The lesson for me – maybe for all of us – is never to assume it’s going to be easy.

  5. Dear Z – Sister in the trenches,

    I have to tell you that it means a lot to hear that from someone who knows what it’s like to try to communicate with a narcissist. For those who are blessed to not have to deal, they’ll never understand. It’s not like communicating with “normal” folks.

  6. Kira,

    Thanks for that vote of confidence.

    That’s really what was behind this post. I want those out there. who aren’t comfortable sticking up for themselves, to realize the process is long and never-ending, but manageable. It’s not going to feel good. It’s going to feel alien.

    The not feeling good part – for me – wasn’t centered in my stomach. If it’s in my stomach, that’s the clue that I’m doing something wrong. This was a heart palpitation. That doesn’t feel good, but it’s not lasting. That signifies a challenge that – in this case – I met head on. Maybe that’s not what it feels like for folks who stick up for themselves all the time, but for accommodators, it’s a foreign feeling.

    And I have to say, it feels damn good when it’s all said and done!

  7. Sis, I am here for you. Thank you for being here for me.

    Sometimes, I forget how to communicate normally or am a little set back when someone responds to my concern with something rational. It seems weird, but the NPD conditioning is something I look forward to releasing for good one day.

    xoxo

  8. Z,

    Each day brings us a little closer to that mythical N-free life.

  9. I definitely relate to the heart palpitations. I tend to feel shaky, literally anxious. Whenever I am engaged in a conflict (I hate conflict/confrontation) I usually am very quiet (passive) as to not stir the boat. I always looked for the quick resolve, even if I didn’t get the chance to say what I needed to say. I would be the wrong one. In my last relationship, I lived in my head. I would tell myself to use your voice. Yell louder than he is. Stop being a doormat. My anger was usually released always in private, usually in tears. I wish I was more aware of my backbone back then. I definitely agree that it does feel foreign the moment you begin sticking up for yourself. First off the body isn’t used to this new exchange. The good thing about backbone (the body) is it is adaptable.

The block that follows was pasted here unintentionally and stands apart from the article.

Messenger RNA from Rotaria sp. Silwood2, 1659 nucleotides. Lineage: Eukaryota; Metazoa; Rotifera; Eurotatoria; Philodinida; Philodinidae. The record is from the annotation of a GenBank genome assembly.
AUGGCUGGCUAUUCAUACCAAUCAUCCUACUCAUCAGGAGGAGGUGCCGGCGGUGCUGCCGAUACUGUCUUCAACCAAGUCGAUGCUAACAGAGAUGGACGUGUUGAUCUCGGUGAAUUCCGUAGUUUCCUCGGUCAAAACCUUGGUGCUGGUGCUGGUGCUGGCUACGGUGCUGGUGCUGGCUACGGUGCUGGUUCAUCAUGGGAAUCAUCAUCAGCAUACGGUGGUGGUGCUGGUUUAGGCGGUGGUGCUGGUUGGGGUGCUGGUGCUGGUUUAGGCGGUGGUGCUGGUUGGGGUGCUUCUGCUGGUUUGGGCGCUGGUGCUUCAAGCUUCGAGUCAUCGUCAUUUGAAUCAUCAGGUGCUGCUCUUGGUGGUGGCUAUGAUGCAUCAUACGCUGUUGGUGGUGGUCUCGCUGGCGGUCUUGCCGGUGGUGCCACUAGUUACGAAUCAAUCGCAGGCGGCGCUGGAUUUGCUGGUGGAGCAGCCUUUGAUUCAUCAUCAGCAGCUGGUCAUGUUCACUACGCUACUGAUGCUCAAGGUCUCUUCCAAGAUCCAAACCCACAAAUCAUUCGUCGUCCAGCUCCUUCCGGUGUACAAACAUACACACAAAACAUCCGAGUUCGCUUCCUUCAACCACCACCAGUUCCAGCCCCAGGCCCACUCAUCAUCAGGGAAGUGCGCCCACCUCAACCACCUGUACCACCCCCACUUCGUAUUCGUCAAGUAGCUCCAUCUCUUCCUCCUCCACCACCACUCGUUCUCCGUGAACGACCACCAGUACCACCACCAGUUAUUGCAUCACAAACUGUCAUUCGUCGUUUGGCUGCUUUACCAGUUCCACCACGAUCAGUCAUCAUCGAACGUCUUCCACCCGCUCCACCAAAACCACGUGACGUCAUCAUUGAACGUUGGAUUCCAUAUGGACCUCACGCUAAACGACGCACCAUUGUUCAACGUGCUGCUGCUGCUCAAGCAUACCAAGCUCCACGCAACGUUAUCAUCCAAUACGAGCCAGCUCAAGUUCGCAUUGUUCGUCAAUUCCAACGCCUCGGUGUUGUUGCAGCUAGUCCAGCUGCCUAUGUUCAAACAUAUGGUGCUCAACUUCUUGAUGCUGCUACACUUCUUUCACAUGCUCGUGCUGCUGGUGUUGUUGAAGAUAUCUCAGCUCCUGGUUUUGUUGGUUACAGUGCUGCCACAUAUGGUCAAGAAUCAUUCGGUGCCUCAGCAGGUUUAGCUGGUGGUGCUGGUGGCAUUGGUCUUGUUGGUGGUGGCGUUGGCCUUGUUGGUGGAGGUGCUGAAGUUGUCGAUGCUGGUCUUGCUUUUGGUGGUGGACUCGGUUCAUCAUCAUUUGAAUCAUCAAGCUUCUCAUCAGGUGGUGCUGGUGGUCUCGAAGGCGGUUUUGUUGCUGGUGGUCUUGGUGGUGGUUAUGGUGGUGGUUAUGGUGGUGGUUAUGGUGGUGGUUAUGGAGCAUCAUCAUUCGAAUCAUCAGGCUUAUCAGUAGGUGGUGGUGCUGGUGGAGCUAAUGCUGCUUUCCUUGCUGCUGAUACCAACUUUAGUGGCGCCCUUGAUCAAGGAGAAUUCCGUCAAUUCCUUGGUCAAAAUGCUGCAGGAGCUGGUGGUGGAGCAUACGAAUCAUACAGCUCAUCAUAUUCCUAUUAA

You will get over the NPD conditioning one day dear. You too Z :). You both are already in the midst of that process. It is more than evident here.

    We definitely all need refresher courses along the way. Thanks for the reminder.

  10. Kira,

    As I read your comment I was thinking, isn’t it amazing what we will do – force ourselves to do, in some cases – in order to stay in a relationship.

    When we have to push ourselves so far out of our comfort zones in order to keep the peace, that oughta be an indication that this relationship isn’t right for us.

    I’m still working on that. ;)

  11. Thanks, Kira! It is such a slow process and the set backs don’t make it seem possible sometimes…but there is still hope!